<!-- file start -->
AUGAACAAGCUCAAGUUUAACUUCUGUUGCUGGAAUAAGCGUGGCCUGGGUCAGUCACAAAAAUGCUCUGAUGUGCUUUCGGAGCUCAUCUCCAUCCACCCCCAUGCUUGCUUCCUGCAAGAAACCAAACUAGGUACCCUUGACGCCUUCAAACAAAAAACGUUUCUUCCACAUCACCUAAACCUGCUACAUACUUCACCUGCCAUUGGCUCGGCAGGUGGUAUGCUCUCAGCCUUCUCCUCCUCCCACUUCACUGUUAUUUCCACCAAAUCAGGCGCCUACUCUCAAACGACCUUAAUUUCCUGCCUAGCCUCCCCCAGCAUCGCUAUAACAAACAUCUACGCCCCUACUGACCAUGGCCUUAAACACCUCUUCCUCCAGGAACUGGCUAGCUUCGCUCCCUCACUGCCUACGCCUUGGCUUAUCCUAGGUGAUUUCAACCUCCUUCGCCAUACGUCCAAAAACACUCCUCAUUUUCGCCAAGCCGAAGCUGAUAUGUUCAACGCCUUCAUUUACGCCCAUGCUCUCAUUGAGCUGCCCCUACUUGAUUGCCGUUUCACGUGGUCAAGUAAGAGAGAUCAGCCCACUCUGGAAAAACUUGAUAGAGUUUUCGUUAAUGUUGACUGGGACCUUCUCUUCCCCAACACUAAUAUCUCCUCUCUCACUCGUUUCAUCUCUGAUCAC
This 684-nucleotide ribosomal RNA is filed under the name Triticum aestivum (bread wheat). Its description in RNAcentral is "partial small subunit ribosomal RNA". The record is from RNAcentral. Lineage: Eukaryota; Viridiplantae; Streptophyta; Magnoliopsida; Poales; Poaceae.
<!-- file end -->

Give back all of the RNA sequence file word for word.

AUGAACAAGCUCAAGUUUAACUUCUGUUGCUGGAAUAAGCGUGGCCUGGGUCAGUCACAAAAAUGCUCUGAUGUGCUUUCGGAGCUCAUCUCCAUCCACCCCCAUGCUUGCUUCCUGCAAGAAACCAAACUAGGUACCCUUGACGCCUUCAAACAAAAAACGUUUCUUCCACAUCACCUAAACCUGCUACAUACUUCACCUGCCAUUGGCUCGGCAGGUGGUAUGCUCUCAGCCUUCUCCUCCUCCCACUUCACUGUUAUUUCCACCAAAUCAGGCGCCUACUCUCAAACGACCUUAAUUUCCUGCCUAGCCUCCCCCAGCAUCGCUAUAACAAACAUCUACGCCCCUACUGACCAUGGCCUUAAACACCUCUUCCUCCAGGAACUGGCUAGCUUCGCUCCCUCACUGCCUACGCCUUGGCUUAUCCUAGGUGAUUUCAACCUCCUUCGCCAUACGUCCAAAAACACUCCUCAUUUUCGCCAAGCCGAAGCUGAUAUGUUCAACGCCUUCAUUUACGCCCAUGCUCUCAUUGAGCUGCCCCUACUUGAUUGCCGUUUCACGUGGUCAAGUAAGAGAGAUCAGCCCACUCUGGAAAAACUUGAUAGAGUUUUCGUUAAUGUUGACUGGGACCUUCUCUUCCCCAACACUAAUAUCUCCUCUCUCACUCGUUUCAUCUCUGAUCAC
This 684-nucleotide ribosomal RNA is filed under the name Triticum aestivum (bread wheat). Its description in RNAcentral is "partial small subunit ribosomal RNA". The record is from RNAcentral. Lineage: Eukaryota; Viridiplantae; Streptophyta; Magnoliopsida; Poales; Poaceae.